Half-hidden in an unremarkable street in Barrio Prosperidad is an insider treasure, my hands-down favourite paella restaurant in Madrid. Owned and managed by three generations of a Valencian family, it’s practically a speakeasy restaurant because it’s easy to miss it if you’re not looking.
A brass knocker outside its wooden door works as a doorbell, and a gateway to gastronomy Narnia:
Knock once and someone will open the door to usher you into an extraordinary place, with suspended laboratory equipment and Polaroid photos, “laundry” artfully hanging above tables, hidden private dining areas, and an autographed photo of the Spanish King, an old customer.
I won’t spoil the fun with too many photos, but let me just share one beautiful piece of art that also hangs on this restaurant’s walls, a souvenir that the Valencian owner acquired in California:
Although this place is known for its paella, what they serve isn’t exactly the traditional Valencian paella but “patella”, named after the brass pan patented by the owner, Norberto. The dish is an innovative twist to the paella that incorporates traditional and modern cooking techniques and different kinds of rice from Asia and India.
Once, Norberto told me that he renamed it to avoid facing the ire of the Spanish purist mob (Just ask Jamie Oliver after he innocently added chorizo to a paella recipe!).
The food here is beyond excellent, apart from the patella dishes, they are also known for their exquisite smoked salmon, homemade balsamic vinegar, and fine selection of wines. Oh, and this baby:
One other thing – the friendly Filipino waitstaff who have been working there for over 15 years is possibly the most professional crew you’ll ever encounter in Madrid.
4. How does your garden grow?
The warmer months in Madrid mean terraza season. One of my favourite ones is a secret rooftop garden that crowns a 4-storey leather accessory store somewhere between Sol and Gran Via:
This lush setting is a great gathering place for sunset G n Ts.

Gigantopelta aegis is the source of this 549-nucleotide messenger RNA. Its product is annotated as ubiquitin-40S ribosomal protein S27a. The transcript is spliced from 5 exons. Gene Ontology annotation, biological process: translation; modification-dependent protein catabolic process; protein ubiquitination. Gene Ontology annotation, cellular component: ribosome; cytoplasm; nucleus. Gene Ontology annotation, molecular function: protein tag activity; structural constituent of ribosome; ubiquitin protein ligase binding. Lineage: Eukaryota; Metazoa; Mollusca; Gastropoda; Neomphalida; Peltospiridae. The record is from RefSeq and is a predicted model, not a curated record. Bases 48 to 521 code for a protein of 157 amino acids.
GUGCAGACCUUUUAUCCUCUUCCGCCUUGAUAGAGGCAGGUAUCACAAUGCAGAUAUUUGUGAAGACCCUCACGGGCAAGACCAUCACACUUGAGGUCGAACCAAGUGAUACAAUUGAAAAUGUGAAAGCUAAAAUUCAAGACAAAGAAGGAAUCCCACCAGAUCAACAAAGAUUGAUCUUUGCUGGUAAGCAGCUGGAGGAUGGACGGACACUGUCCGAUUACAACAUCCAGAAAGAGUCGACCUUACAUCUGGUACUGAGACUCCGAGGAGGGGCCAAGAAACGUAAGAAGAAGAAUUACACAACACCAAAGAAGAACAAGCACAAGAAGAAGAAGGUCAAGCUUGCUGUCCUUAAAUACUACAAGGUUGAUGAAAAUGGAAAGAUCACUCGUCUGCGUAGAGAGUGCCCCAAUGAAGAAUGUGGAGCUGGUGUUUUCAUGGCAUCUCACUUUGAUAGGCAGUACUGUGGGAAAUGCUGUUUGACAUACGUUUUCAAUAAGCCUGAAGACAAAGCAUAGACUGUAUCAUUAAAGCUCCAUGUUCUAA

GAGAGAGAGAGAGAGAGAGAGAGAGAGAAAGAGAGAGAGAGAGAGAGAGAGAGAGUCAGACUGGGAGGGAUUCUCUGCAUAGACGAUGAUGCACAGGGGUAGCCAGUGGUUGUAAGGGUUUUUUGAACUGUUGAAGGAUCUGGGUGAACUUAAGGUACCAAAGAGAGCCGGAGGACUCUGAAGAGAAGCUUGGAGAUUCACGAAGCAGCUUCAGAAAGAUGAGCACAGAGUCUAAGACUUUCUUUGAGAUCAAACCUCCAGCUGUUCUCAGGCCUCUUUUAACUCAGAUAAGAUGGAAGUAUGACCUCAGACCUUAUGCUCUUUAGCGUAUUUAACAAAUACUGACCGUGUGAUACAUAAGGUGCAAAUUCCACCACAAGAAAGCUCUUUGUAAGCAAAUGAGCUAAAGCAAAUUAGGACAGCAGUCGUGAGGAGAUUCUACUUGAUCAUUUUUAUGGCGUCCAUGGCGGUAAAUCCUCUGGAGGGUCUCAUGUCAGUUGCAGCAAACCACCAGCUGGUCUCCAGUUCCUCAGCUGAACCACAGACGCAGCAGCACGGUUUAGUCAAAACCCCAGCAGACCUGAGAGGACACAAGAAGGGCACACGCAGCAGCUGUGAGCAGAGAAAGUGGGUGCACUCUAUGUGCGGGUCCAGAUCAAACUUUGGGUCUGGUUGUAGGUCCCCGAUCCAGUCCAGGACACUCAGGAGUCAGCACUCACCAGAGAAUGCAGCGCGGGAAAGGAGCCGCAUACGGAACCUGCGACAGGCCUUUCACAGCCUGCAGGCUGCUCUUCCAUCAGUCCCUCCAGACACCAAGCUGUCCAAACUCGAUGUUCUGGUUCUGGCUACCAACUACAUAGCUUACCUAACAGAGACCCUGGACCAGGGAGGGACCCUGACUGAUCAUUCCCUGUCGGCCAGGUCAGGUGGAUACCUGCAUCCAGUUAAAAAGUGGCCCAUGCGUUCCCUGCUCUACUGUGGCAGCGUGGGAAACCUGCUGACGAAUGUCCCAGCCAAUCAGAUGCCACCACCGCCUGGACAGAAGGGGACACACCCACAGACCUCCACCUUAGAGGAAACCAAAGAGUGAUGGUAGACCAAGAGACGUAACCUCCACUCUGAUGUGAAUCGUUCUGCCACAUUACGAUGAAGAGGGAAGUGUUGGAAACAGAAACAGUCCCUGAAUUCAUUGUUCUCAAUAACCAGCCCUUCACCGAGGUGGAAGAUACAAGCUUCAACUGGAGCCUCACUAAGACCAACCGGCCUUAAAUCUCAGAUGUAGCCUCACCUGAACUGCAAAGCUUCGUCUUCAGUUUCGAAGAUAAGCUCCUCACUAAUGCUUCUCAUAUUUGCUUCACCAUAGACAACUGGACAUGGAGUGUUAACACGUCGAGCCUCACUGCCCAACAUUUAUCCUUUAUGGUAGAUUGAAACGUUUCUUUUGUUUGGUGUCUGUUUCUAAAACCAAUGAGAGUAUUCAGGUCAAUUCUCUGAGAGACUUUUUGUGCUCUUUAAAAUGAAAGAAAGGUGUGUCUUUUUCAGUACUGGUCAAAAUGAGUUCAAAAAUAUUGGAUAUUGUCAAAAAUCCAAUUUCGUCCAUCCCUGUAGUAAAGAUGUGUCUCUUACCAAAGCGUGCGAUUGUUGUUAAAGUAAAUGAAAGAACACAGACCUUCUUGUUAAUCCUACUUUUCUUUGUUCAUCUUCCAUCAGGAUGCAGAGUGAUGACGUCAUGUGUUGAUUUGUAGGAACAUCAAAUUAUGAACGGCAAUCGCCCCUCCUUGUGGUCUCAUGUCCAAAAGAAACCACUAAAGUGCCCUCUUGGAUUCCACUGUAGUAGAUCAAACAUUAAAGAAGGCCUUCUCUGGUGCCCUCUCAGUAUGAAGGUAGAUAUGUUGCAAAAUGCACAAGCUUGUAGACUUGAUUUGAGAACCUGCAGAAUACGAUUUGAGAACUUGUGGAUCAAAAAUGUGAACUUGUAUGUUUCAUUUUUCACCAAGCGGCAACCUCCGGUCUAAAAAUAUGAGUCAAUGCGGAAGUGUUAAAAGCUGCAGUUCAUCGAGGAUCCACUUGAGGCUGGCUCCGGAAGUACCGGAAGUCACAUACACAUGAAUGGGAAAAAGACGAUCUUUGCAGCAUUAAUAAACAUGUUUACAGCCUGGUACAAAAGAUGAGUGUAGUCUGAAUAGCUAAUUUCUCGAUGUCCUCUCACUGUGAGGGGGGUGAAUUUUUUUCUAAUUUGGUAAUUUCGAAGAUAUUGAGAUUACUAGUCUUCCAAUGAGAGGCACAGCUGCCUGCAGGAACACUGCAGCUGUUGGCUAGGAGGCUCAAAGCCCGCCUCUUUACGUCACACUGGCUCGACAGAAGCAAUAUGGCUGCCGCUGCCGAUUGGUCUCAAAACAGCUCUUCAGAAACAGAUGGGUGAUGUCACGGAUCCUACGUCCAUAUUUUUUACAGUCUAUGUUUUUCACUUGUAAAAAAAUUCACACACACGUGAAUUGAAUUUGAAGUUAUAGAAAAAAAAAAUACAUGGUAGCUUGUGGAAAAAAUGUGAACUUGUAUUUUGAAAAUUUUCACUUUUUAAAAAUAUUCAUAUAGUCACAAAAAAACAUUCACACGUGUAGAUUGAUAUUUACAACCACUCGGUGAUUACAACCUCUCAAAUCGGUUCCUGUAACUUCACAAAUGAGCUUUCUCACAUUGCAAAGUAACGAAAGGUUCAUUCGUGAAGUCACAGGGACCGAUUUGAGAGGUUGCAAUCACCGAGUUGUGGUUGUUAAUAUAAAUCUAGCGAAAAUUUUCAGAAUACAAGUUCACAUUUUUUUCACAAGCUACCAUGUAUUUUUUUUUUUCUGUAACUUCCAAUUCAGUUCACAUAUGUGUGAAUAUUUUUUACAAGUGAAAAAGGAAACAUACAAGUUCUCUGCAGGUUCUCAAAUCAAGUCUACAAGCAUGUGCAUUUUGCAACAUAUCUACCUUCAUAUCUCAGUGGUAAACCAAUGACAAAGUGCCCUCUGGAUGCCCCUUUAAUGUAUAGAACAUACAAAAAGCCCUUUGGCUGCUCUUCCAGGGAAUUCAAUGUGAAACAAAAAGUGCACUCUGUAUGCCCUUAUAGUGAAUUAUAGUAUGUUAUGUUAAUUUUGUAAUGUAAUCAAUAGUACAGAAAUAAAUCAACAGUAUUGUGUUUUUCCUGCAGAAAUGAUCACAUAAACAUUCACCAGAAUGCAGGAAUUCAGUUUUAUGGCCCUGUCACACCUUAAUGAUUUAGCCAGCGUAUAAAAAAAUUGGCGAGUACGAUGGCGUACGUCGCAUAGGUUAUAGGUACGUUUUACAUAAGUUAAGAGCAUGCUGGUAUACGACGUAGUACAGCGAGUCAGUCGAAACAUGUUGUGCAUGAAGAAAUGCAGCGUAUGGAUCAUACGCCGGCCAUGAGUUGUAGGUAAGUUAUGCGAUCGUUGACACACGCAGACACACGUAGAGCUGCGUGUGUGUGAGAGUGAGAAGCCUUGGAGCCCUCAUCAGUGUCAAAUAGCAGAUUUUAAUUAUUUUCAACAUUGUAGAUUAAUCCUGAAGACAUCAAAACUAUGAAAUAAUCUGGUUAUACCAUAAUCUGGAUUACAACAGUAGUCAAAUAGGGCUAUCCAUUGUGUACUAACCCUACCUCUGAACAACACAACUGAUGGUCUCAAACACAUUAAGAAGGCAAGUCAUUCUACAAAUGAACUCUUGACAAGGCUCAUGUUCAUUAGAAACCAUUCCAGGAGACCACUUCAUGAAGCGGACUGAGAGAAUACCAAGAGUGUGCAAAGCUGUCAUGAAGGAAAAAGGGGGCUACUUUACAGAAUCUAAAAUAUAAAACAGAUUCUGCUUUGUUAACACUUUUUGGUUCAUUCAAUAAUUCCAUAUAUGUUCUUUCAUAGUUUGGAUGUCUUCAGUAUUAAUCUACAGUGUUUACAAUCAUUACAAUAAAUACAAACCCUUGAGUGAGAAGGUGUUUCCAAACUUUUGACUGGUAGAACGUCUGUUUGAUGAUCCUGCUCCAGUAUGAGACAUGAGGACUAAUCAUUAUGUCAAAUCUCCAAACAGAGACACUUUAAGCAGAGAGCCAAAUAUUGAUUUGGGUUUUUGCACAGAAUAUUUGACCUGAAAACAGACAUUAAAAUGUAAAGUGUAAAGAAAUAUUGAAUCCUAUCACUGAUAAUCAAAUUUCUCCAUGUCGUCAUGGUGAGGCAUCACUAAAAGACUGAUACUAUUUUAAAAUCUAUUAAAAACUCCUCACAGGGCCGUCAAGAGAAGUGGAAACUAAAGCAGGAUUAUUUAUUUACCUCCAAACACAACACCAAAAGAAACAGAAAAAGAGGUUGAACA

5. Midnight in the Garden of Food and Olive Trees
In the middle of Madrid’s bustling business district lies a lush oasis of hundred year old olive trees where you can dine and listen to live classical music. Finding the restaurant at night may not the easiest thing because there’s a dark, Blair Witch Project-like stretch that looks like it leads nowhere. But the path soon opens up to a magical, romantic scene that’s straight out of the movies. The menu selection of Spanish tapas is admittedly limited, but it’s forgivable in such a divine destination.
6. Fave Caves
All right, you’ve come this far into the post – that deserves a reward!
Among Madrid’s famed castiza caves in the old quarter near Plaza Mayor, my top hidden gems serving excellent tapas and handcrafted drinks are Plaza Menor, a cozy, eclectically designed cave cocktail bar with lots of romantic, dimly-lit corners perfect for secret meetings:
And Amicis, which has a beautiful private event cave/space below its main restaurant floor:
Indeed, it is no secret that Madrid is filled with hidden treasures awaiting to be discovered – right around statues of dudes on horses.
Happy end of summer everyone!
Who loves you? As I mentioned earlier, feel free to email me (firstname.lastname@example.org) within the next two weeks and I’ll divulge the secret locations of #2, #3, #4 and #5 – but it would be really cool if you also gave me an insider tip too!
*One more thing – the book Hidden Madrid , written by my friend Mark Besas, is an excellent read about Madrid’s historical places and oddities. This is also my reference for background info on the Las Carboneras silent nuns. Cheers!